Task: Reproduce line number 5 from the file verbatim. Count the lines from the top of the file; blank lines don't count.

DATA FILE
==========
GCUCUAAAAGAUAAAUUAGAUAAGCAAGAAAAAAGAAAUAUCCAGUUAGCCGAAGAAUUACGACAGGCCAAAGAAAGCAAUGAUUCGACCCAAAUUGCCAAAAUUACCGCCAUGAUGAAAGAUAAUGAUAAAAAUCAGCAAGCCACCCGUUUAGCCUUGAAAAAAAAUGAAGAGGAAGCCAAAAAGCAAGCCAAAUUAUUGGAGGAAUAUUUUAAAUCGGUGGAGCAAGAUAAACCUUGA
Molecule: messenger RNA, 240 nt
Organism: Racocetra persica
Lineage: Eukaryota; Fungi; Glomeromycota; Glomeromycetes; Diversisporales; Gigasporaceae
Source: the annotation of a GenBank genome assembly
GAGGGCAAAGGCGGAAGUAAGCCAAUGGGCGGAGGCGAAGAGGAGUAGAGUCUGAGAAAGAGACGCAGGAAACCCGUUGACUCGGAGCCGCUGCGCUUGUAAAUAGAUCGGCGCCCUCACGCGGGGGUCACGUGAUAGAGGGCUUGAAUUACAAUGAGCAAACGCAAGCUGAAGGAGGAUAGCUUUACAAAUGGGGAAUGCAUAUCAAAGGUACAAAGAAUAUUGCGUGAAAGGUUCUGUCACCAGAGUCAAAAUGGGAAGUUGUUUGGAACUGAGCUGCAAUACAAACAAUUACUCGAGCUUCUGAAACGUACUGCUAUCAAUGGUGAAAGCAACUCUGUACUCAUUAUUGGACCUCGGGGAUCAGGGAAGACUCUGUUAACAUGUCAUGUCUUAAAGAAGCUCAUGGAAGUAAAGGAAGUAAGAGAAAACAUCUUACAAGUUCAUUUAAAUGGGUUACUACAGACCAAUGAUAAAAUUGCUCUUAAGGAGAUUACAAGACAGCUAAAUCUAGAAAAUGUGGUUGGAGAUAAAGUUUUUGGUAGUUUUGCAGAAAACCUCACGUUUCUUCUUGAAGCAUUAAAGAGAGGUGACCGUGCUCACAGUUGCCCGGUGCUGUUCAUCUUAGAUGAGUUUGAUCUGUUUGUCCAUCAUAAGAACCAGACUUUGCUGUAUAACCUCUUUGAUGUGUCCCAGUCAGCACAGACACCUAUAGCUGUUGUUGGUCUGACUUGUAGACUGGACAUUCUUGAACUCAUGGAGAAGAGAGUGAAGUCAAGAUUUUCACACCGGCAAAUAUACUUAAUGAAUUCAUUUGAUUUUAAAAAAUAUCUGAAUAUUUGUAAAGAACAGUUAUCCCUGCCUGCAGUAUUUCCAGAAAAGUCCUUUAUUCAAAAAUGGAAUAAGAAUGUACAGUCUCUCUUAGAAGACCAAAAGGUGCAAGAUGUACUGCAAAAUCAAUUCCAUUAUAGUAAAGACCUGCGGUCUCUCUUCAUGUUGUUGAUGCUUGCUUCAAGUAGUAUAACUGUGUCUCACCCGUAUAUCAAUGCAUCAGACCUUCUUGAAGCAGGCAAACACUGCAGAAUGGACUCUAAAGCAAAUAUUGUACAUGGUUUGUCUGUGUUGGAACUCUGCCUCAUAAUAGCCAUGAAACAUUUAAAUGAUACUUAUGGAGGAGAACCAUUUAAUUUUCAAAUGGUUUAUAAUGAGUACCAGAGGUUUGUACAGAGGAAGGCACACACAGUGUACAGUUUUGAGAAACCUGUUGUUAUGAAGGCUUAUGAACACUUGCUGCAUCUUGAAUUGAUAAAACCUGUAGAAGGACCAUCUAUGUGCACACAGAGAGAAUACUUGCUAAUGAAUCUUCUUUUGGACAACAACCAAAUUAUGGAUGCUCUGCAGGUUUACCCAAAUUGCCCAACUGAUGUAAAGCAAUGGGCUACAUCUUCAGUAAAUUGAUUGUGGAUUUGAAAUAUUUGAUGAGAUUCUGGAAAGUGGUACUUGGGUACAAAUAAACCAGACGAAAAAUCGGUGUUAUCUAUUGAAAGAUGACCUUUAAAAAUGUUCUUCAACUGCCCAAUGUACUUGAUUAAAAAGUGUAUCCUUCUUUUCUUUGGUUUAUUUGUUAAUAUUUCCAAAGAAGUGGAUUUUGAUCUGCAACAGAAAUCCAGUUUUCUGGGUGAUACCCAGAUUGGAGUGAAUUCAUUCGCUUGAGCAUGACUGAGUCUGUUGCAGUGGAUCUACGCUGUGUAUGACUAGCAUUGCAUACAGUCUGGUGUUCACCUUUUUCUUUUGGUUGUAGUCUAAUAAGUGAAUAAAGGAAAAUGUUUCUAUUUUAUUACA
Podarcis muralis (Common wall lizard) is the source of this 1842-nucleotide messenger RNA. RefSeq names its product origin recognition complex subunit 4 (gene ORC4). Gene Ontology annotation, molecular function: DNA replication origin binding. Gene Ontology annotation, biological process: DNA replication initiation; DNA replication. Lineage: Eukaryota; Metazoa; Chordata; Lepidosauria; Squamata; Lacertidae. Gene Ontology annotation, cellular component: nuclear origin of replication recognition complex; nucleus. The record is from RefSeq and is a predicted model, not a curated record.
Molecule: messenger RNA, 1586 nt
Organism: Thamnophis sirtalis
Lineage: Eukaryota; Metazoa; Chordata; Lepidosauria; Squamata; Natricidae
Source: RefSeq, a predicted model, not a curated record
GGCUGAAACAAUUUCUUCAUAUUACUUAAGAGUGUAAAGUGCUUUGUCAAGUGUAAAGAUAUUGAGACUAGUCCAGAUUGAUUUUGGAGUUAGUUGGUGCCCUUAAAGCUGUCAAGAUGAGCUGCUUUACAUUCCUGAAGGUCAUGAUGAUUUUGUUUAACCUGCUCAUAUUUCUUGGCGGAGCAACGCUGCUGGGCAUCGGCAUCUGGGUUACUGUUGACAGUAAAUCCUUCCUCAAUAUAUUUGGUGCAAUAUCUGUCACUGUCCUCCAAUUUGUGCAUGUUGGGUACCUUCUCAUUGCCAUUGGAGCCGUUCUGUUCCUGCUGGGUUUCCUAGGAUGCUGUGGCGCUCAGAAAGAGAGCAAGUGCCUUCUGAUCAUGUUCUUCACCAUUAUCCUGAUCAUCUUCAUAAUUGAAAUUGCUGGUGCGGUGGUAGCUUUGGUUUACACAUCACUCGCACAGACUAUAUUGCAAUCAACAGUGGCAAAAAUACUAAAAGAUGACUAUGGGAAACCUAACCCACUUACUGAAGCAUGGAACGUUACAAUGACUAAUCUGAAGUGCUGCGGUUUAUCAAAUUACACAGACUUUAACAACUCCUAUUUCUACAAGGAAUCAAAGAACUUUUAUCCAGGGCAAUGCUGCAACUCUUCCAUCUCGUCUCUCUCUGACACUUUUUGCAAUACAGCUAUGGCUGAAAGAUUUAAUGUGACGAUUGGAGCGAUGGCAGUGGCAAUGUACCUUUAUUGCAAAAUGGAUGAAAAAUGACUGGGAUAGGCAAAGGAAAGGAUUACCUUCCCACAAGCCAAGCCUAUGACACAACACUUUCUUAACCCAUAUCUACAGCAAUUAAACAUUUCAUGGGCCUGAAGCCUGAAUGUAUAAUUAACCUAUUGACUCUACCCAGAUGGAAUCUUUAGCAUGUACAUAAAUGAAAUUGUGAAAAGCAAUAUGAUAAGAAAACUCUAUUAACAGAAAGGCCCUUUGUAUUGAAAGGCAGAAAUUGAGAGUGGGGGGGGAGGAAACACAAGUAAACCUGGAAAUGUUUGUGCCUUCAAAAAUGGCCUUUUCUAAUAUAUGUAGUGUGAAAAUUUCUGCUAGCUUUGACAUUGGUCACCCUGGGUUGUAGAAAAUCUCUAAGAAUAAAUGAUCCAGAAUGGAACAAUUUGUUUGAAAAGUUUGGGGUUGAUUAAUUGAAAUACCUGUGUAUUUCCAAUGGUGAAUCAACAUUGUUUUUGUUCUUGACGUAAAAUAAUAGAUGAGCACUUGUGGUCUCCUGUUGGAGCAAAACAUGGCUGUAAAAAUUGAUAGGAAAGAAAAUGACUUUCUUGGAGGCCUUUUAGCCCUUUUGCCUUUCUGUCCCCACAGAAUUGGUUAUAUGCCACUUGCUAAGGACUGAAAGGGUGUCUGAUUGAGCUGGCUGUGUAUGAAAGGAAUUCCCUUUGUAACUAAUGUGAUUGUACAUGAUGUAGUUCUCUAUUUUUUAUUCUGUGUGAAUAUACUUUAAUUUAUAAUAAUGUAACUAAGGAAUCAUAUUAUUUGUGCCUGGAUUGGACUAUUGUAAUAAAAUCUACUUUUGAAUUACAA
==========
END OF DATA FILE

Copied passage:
Source: the annotation of a GenBank genome assembly